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At dawn, the November winds subsided to a cool sigh, tossing pillowy snowflakes around my tuque. The harbour was small and mute, the homes like errant Lego blocks pressed against the ruddy Maritime coast.
Bracing myself against the chill of winter, I prepared my gear for the final dive of the season and, unexpectedly, my introduction to nitrogen narcosis – that is, a temporary diver’s illness caused by the way nitrogen in the body reacts under the pressure of depth. I had previously understood narcosis to be dangerous if disorientation led to reckless behaviour, but no one had described the hallucinations.
Water temperatures below 20 degrees meant exchanging my simple neoprene wetsuit for bulky thermals and a dry suit, sealed uncomfortably tight at both the neck and the wrists. My usual drysuit was in repair and the wrists on the loaner were too large to seal, so I wore impermeable gloves affixed at the wrists to prevent air from escaping. Next came a hefty weight belt to counteract buoyancy, and a 23-kilogram steel tank with regulators strapped to my buoyancy control vest (BCD). Finally, the hood, mask, snorkel, fins and sampling equipment. If I could remember my first childhood winters bundled and strapped into a car seat, I am sure I wore much the same miserable expression.
I had always felt at ease in water and, with over 300 dives under my belt, confident in my skills. As part of the first dive team, I jumped into the enfolding abyss. A shock of icy liquid clawed along my face and beneath the hood at my nape. The pain soon subsided to numbness. I scanned underwater. The visibility was exceedingly poor; even the anchor line a few metres away was barely discernible. My dive buddy signalled and we both released the air from our BCDs. I watched the other divers on the boat above me as my field of vision lowered beneath the surface.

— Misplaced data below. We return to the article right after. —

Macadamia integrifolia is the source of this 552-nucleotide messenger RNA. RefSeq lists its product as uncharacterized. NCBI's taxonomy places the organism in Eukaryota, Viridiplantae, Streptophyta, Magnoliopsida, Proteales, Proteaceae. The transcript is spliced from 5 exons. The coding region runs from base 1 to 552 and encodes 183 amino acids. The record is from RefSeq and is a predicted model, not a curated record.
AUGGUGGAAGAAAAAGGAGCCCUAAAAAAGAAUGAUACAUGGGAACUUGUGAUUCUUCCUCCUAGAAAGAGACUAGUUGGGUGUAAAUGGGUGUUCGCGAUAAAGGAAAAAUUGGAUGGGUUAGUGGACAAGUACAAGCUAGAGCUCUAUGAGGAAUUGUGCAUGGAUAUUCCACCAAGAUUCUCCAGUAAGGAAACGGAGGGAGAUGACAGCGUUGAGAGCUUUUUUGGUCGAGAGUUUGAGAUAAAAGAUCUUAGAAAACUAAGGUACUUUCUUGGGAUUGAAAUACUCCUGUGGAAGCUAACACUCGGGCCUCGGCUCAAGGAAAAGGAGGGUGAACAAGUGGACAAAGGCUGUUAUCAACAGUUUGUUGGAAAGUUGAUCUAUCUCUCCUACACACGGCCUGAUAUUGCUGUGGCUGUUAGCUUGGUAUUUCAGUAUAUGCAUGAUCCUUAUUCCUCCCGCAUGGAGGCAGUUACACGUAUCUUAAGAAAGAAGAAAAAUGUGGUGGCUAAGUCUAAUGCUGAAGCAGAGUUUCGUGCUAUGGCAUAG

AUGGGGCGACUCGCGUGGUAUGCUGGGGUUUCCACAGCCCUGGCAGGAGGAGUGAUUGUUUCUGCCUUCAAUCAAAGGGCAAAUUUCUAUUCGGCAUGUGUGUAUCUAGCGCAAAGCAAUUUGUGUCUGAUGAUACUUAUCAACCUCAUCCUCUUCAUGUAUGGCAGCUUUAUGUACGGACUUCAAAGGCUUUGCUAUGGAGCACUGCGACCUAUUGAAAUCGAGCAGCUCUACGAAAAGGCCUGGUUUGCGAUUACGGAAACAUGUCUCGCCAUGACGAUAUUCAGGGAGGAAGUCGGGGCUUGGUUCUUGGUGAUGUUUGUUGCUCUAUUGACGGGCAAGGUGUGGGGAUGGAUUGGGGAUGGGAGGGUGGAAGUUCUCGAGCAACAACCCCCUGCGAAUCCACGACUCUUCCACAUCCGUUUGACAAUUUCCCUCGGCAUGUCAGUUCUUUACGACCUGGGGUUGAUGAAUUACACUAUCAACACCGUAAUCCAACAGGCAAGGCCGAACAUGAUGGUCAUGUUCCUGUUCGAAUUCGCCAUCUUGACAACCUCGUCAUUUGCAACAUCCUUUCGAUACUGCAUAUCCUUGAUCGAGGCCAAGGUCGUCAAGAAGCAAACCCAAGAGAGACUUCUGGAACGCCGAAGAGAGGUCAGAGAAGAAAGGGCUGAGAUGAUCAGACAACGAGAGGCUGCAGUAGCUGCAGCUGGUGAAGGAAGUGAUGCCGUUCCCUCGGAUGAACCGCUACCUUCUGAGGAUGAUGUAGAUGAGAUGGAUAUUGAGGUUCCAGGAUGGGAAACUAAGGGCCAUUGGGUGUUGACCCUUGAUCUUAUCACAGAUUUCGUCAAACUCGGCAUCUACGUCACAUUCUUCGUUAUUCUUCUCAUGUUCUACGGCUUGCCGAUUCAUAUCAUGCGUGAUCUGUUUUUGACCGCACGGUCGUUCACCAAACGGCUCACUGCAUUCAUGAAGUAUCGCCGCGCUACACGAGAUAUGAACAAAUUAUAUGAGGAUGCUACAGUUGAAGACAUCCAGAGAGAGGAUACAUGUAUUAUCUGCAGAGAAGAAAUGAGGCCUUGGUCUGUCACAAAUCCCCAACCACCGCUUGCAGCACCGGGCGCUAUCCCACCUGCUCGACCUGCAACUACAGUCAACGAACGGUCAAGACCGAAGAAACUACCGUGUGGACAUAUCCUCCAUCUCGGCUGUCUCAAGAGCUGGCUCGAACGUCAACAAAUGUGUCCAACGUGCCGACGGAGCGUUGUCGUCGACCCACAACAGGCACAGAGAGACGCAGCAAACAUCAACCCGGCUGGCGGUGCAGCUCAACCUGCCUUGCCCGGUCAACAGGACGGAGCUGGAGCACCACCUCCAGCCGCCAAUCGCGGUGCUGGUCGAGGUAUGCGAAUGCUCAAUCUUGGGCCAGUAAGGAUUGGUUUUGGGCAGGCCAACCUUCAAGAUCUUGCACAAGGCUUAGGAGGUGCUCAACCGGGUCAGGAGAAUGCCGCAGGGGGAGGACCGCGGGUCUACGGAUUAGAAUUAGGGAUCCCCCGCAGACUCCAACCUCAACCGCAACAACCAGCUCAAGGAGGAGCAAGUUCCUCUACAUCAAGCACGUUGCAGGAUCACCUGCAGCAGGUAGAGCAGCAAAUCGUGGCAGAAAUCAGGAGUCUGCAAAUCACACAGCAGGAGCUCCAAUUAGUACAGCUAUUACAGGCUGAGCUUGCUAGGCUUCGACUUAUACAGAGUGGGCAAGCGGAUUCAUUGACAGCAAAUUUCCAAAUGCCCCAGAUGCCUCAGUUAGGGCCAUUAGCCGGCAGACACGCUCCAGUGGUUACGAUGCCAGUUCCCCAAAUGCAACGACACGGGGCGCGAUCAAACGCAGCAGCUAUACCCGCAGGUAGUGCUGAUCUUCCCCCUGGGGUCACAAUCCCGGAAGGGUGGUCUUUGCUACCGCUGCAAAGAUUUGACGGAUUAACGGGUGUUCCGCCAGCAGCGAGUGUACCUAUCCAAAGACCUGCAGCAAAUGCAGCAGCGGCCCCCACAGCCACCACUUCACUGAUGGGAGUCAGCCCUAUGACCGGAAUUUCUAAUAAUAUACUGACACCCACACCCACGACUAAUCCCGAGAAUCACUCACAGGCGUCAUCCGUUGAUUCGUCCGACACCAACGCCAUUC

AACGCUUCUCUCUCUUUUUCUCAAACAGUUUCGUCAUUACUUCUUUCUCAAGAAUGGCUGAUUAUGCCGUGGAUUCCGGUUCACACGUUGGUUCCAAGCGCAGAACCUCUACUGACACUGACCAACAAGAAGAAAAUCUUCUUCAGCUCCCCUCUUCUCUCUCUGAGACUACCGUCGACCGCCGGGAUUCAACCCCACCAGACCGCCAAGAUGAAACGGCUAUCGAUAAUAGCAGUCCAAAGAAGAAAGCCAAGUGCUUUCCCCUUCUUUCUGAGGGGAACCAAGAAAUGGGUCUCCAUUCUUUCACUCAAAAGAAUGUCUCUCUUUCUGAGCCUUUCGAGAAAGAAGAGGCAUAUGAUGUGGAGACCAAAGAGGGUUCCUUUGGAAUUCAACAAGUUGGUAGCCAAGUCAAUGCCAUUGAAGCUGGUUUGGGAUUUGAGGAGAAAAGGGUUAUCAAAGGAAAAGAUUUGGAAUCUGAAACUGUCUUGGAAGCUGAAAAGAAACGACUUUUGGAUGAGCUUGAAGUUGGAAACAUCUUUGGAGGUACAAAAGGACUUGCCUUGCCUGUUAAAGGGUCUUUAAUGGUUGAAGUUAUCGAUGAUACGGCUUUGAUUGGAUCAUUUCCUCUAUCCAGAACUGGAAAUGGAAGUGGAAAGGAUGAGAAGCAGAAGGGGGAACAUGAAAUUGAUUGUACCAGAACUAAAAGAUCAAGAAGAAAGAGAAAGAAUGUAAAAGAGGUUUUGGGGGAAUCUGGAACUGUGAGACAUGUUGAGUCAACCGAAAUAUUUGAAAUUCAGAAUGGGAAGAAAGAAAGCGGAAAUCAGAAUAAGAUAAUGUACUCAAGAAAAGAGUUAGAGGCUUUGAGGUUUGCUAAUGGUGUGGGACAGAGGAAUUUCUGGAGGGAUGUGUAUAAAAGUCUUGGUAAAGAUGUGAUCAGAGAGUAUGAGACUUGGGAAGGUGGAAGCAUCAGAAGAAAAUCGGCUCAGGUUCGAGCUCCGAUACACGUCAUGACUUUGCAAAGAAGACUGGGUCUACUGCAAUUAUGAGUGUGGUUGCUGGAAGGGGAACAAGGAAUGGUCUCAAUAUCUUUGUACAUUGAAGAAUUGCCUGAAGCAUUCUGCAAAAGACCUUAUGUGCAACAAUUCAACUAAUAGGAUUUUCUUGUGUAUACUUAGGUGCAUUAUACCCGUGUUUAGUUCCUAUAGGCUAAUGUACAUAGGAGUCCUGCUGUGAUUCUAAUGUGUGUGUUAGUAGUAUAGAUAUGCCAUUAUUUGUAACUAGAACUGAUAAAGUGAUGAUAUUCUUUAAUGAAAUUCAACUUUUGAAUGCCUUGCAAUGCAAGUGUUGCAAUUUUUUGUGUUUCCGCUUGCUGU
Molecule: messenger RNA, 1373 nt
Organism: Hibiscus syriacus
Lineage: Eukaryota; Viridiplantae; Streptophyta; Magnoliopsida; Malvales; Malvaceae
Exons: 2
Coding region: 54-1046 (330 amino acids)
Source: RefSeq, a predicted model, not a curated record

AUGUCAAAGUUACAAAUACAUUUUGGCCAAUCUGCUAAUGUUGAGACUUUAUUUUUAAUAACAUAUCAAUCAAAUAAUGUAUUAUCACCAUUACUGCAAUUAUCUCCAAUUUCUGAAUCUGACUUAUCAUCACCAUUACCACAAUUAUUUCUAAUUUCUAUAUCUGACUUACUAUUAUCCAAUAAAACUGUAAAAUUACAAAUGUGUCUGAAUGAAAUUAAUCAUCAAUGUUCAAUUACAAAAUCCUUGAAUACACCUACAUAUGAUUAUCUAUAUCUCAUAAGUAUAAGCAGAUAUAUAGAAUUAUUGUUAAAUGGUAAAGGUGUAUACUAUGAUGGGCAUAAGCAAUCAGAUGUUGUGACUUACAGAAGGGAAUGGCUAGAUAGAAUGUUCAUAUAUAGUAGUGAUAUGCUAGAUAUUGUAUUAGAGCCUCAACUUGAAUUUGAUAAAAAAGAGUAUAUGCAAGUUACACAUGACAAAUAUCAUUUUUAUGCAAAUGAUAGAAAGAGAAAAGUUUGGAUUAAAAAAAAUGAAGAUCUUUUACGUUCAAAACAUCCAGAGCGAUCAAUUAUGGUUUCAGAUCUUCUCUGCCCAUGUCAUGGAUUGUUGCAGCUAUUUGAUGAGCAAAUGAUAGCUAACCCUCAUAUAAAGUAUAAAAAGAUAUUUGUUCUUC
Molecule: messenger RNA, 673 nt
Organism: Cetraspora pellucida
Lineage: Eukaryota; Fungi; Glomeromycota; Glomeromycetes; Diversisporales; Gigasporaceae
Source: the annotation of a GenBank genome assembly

Nine metres… 15 metres… 18 metres… Scuba diving is a strange, reverential experience: breathing through an oxygen tank, a meditative series of inhales and exhales, in an otherwise inhospitable environment. Total submersion dulls your sense of touch and deprives you of sound and smell, focusing perception through your mask – a window into the unfathomable. The sensation is wonderful and exhilarating, but tempered by a heightened awareness of your fragile, alien body.
At 25 metres, I began hearing what sounded like the bass line at some infernal 1990s warehouse party, followed by the periodic punctuation of a barking dog. I had grown accustomed to murmurings while diving, like sheets of hail peppering a soft lawn, but these punching beats were too well articulated to be dismissed.
Colours began to shift and intensify. Panic crept into my chest as I inhaled. I exhaled and tried to slow my descent, but crashed into the seabed, releasing a cloud of sediment. The impact, the loss of control, was violent. Appealing to my surroundings for reassurance, I found the ocean floor transformed into the two-dimensional landscape of a Charlie Brown animation. Squiggly lines and striations replaced rock and seagrass. My dive buddy, now drawn in the continuous outline of a felt pen, was absorbed into the blue-green palette of my hallucination. He seemed soulless, inert, a lifeless stand-in. Our worlds disconnected.